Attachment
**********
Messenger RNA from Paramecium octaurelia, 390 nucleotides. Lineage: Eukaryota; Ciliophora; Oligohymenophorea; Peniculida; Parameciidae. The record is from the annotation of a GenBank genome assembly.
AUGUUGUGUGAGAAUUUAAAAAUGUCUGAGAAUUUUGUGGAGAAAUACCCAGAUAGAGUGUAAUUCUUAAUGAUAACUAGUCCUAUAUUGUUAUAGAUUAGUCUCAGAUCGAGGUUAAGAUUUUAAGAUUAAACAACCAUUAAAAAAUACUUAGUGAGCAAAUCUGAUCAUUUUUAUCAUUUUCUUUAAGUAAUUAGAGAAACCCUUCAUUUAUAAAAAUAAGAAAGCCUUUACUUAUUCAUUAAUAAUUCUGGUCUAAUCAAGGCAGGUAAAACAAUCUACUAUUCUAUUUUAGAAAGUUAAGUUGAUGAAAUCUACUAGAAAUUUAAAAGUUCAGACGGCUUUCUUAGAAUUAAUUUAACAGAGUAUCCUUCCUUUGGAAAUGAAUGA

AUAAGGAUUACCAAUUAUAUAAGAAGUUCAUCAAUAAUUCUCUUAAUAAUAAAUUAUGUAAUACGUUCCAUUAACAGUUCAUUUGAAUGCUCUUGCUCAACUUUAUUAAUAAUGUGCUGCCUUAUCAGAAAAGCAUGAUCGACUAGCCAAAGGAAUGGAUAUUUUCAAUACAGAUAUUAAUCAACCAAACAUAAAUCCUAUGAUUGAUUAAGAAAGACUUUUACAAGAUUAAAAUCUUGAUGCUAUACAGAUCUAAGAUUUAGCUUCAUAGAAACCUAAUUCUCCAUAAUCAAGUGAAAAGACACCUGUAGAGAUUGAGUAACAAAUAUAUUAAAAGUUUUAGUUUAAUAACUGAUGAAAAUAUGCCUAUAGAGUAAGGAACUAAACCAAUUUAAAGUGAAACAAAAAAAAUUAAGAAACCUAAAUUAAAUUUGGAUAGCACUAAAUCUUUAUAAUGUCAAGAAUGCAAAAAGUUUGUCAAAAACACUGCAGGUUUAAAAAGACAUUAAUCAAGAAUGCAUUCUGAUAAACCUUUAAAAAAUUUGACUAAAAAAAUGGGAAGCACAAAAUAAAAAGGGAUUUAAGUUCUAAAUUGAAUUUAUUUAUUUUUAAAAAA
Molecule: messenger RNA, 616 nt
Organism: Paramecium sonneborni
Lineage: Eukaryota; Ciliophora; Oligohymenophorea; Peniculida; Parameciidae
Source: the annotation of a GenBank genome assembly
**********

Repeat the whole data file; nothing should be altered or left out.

Messenger RNA from Paramecium octaurelia, 390 nucleotides. Lineage: Eukaryota; Ciliophora; Oligohymenophorea; Peniculida; Parameciidae. The record is from the annotation of a GenBank genome assembly.
AUGUUGUGUGAGAAUUUAAAAAUGUCUGAGAAUUUUGUGGAGAAAUACCCAGAUAGAGUGUAAUUCUUAAUGAUAACUAGUCCUAUAUUGUUAUAGAUUAGUCUCAGAUCGAGGUUAAGAUUUUAAGAUUAAACAACCAUUAAAAAAUACUUAGUGAGCAAAUCUGAUCAUUUUUAUCAUUUUCUUUAAGUAAUUAGAGAAACCCUUCAUUUAUAAAAAUAAGAAAGCCUUUACUUAUUCAUUAAUAAUUCUGGUCUAAUCAAGGCAGGUAAAACAAUCUACUAUUCUAUUUUAGAAAGUUAAGUUGAUGAAAUCUACUAGAAAUUUAAAAGUUCAGACGGCUUUCUUAGAAUUAAUUUAACAGAGUAUCCUUCCUUUGGAAAUGAAUGA

AUAAGGAUUACCAAUUAUAUAAGAAGUUCAUCAAUAAUUCUCUUAAUAAUAAAUUAUGUAAUACGUUCCAUUAACAGUUCAUUUGAAUGCUCUUGCUCAACUUUAUUAAUAAUGUGCUGCCUUAUCAGAAAAGCAUGAUCGACUAGCCAAAGGAAUGGAUAUUUUCAAUACAGAUAUUAAUCAACCAAACAUAAAUCCUAUGAUUGAUUAAGAAAGACUUUUACAAGAUUAAAAUCUUGAUGCUAUACAGAUCUAAGAUUUAGCUUCAUAGAAACCUAAUUCUCCAUAAUCAAGUGAAAAGACACCUGUAGAGAUUGAGUAACAAAUAUAUUAAAAGUUUUAGUUUAAUAACUGAUGAAAAUAUGCCUAUAGAGUAAGGAACUAAACCAAUUUAAAGUGAAACAAAAAAAAUUAAGAAACCUAAAUUAAAUUUGGAUAGCACUAAAUCUUUAUAAUGUCAAGAAUGCAAAAAGUUUGUCAAAAACACUGCAGGUUUAAAAAGACAUUAAUCAAGAAUGCAUUCUGAUAAACCUUUAAAAAAUUUGACUAAAAAAAUGGGAAGCACAAAAUAAAAAGGGAUUUAAGUUCUAAAUUGAAUUUAUUUAUUUUUAAAAAA
Molecule: messenger RNA, 616 nt
Organism: Paramecium sonneborni
Lineage: Eukaryota; Ciliophora; Oligohymenophorea; Peniculida; Parameciidae
Source: the annotation of a GenBank genome assembly